The first big mistake I made was I didn’t suggest the survey to everyone. I was hesitant to be assertive in how I wanted feedback, and so I told them they could respond on surveymonkey, write directly on the word documents, or message me privately. Though I had good intentions with this, the result wasn’t so great. As well as the obvious multi-platform disorganization, some people even responded on two or more platforms, confounding results as it seemed there was more unity in feedback than what actually was. Many people also gave their feedback in late, which contributed to the general chaos that was trying to understand the feedback. I greatly recommend anyone in this stage to only have one place for the feedback, and to enforce a specific deadline. It’s good to be flexible and understanding, but so is not having additional stress that could’ve been prevented.

Now, a bit of tough love: nobody will care about your book as much as you do, so you have to grow some thick skin and accept that there will be criticism. People are usually reading because they care about you, not necessarily your story. This was proven for me when out of the people who agreed to read, I only received responses from half of them. But that was enough.

Responses ranged from people who asked insightful and provocative questions about my plot, to one person only saying “this is boring”. But everything helps, and even though it was frustrating to go through vague responses, I tried to remember that people who were beta reading for me were doing a huge favor. It took a bit, but I finally ‘gave up’ and made it a point to be more flexible with time and being okay if things didn’t always go along my schedule. However, there were good reasons: I had to change the entire science section of the book to be based off physics instead of chemistry; plot holes surfaced; there were some character traits I cleared up. And none of it would’ve been possible without these dedicated people. I owe them everything.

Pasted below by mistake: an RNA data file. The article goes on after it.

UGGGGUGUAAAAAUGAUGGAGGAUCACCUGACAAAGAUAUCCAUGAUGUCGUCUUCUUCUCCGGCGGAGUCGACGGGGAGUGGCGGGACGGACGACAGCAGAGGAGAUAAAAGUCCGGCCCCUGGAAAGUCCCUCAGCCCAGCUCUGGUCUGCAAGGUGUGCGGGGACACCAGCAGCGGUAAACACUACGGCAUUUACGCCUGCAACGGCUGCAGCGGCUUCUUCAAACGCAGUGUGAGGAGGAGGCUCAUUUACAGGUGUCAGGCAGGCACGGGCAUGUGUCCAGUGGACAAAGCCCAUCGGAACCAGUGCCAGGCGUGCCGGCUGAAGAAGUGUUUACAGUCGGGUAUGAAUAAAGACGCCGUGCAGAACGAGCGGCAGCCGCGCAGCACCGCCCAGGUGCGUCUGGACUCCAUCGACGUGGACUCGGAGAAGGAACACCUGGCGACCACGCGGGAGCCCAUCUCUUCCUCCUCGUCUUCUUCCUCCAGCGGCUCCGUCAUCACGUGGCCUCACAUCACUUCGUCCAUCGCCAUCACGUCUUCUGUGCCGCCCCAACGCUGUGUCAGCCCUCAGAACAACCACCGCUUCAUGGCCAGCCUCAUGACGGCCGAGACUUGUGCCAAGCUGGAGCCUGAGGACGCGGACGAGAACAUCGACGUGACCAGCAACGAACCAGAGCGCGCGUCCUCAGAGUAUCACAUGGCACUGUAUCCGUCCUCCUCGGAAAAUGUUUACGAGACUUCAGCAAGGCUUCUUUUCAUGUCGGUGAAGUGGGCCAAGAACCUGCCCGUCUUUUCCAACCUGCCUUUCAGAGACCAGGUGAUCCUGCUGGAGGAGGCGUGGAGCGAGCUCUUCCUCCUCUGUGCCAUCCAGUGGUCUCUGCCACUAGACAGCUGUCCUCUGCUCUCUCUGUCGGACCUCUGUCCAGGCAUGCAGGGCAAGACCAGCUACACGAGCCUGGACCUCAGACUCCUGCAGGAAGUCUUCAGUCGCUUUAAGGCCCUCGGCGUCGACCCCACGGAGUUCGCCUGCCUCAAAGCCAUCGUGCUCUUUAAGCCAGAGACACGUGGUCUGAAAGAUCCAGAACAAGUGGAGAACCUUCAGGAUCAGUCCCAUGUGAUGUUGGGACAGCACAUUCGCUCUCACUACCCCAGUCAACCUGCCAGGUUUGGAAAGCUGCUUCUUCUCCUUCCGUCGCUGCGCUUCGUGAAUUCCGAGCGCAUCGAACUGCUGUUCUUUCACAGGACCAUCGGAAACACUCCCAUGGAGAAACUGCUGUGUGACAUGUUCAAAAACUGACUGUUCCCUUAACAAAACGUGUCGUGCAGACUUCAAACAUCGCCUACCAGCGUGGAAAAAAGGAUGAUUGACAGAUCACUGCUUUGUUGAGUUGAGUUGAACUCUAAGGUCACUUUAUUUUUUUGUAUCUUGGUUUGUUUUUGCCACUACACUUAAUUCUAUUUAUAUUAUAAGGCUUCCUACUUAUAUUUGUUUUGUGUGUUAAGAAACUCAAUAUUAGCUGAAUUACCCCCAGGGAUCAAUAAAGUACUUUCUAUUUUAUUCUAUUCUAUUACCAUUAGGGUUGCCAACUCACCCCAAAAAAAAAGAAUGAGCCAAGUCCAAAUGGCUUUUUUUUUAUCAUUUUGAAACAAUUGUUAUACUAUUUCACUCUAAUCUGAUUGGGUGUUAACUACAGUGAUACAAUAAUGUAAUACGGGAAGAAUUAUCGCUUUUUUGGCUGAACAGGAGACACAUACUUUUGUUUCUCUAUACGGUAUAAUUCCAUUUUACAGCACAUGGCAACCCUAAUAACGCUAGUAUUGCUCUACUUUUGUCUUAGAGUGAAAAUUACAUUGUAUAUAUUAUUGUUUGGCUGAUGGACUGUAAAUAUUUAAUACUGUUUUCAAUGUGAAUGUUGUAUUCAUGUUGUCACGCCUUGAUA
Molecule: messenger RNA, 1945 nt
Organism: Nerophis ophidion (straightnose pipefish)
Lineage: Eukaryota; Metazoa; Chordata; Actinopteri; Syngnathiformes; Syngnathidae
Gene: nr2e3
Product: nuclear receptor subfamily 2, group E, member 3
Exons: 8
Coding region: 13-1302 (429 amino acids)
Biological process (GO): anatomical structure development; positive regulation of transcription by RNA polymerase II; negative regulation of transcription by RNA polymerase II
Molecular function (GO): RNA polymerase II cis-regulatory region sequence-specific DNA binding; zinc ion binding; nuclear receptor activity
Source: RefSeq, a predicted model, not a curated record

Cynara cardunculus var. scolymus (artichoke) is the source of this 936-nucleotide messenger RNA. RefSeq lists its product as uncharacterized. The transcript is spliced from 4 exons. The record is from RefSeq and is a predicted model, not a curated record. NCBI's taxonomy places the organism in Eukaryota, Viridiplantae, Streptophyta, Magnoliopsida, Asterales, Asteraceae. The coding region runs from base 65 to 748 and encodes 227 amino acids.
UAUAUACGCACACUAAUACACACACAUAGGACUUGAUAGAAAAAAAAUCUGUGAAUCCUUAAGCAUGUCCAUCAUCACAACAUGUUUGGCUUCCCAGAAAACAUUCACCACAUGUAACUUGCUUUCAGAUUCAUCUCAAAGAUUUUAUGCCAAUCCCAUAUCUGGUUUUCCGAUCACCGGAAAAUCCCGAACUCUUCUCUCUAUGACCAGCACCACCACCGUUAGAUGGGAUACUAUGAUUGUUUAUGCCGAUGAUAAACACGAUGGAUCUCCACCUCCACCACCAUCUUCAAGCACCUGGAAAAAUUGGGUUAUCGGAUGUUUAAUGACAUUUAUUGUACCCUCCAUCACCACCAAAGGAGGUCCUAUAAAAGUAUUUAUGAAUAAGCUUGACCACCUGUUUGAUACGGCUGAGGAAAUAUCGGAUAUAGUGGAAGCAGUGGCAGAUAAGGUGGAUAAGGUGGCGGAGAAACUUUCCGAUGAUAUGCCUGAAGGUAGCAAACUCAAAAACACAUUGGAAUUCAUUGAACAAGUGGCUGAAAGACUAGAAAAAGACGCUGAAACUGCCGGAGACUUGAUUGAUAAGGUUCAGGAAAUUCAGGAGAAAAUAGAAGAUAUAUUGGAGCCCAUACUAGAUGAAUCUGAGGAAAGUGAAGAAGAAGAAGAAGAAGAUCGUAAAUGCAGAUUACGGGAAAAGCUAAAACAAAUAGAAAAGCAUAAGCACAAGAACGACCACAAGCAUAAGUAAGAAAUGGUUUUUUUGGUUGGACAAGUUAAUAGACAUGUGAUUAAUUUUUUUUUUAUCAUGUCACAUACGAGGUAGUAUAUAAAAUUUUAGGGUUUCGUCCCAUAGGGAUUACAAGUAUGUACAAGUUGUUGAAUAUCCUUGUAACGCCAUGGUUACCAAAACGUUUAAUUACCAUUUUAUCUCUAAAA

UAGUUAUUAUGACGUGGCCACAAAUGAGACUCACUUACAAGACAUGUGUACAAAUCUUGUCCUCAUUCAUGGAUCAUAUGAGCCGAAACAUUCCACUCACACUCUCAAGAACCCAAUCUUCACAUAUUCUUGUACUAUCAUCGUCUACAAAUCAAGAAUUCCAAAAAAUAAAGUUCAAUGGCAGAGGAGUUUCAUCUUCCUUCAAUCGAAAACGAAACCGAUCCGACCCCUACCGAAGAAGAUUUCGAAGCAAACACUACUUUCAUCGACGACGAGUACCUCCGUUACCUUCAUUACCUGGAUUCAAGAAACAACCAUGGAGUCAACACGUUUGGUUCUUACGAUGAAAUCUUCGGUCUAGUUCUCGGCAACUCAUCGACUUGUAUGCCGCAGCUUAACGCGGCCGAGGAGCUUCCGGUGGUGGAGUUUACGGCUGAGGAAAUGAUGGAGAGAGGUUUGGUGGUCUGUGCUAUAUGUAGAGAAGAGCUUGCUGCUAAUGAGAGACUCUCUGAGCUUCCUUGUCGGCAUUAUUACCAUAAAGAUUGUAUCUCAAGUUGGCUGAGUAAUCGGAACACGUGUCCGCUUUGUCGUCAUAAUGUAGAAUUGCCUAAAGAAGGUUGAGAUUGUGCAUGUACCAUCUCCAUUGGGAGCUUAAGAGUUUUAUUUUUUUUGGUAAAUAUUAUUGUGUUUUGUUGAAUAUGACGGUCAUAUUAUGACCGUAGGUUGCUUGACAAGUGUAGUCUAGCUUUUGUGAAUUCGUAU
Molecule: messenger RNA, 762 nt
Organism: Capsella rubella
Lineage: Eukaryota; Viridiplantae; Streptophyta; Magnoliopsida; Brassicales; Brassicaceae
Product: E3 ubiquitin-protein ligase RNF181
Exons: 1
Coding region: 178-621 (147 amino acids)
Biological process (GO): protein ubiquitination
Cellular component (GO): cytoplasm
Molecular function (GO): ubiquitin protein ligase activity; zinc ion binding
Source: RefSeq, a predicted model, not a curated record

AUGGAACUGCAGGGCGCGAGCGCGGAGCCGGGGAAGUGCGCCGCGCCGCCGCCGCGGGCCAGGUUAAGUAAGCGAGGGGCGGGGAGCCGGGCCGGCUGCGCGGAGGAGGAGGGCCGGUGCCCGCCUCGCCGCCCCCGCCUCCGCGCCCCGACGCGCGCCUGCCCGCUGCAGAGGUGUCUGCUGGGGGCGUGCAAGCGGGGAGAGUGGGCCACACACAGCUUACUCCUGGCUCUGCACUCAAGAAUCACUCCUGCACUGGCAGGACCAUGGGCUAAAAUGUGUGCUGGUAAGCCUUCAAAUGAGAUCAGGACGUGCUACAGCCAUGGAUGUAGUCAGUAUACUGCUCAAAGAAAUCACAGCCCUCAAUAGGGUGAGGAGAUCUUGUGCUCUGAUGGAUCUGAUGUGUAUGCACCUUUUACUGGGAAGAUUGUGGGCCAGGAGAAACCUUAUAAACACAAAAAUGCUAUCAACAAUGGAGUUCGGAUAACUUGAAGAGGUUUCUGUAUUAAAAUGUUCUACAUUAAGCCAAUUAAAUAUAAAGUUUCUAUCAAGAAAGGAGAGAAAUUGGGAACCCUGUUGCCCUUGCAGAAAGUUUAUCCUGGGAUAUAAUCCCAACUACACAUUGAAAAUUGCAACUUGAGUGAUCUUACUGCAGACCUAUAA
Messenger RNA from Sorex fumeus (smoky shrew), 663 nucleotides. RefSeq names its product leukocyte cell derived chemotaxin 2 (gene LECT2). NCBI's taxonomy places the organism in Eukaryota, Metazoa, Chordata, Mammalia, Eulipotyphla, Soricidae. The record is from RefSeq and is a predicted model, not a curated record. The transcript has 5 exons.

All this was an arduous process, and it made me realize just how bad I am in receiving criticism: I still am. But, after a lot of research and a conversation with my mom, I like to think I improved. I’ll more fully describe how to deal with criticism in another article, so make sure to check our my website,, if you’re interested in that! In a nutshell, my main issues were taking everything too personally, and letting my pride get in way. I dealt with the former by recognizing that when people criticized the story, they weren’t criticizing me as a person. Of course I am fully responsible for everything I say in the story, but we are still separate entities. This helped resolving the latter, when I realized that it wasn’t a competition, and people wouldn’t think less of me if I corrected my mistakes.

No matter which process you use, always remember that you will make mistakes: it’s a natural part of writing and life, and it’s nothing to be ashamed of. Just remember that after the heartache and all the hours of work you put in, it’ll be worth it because you’re doing what you love.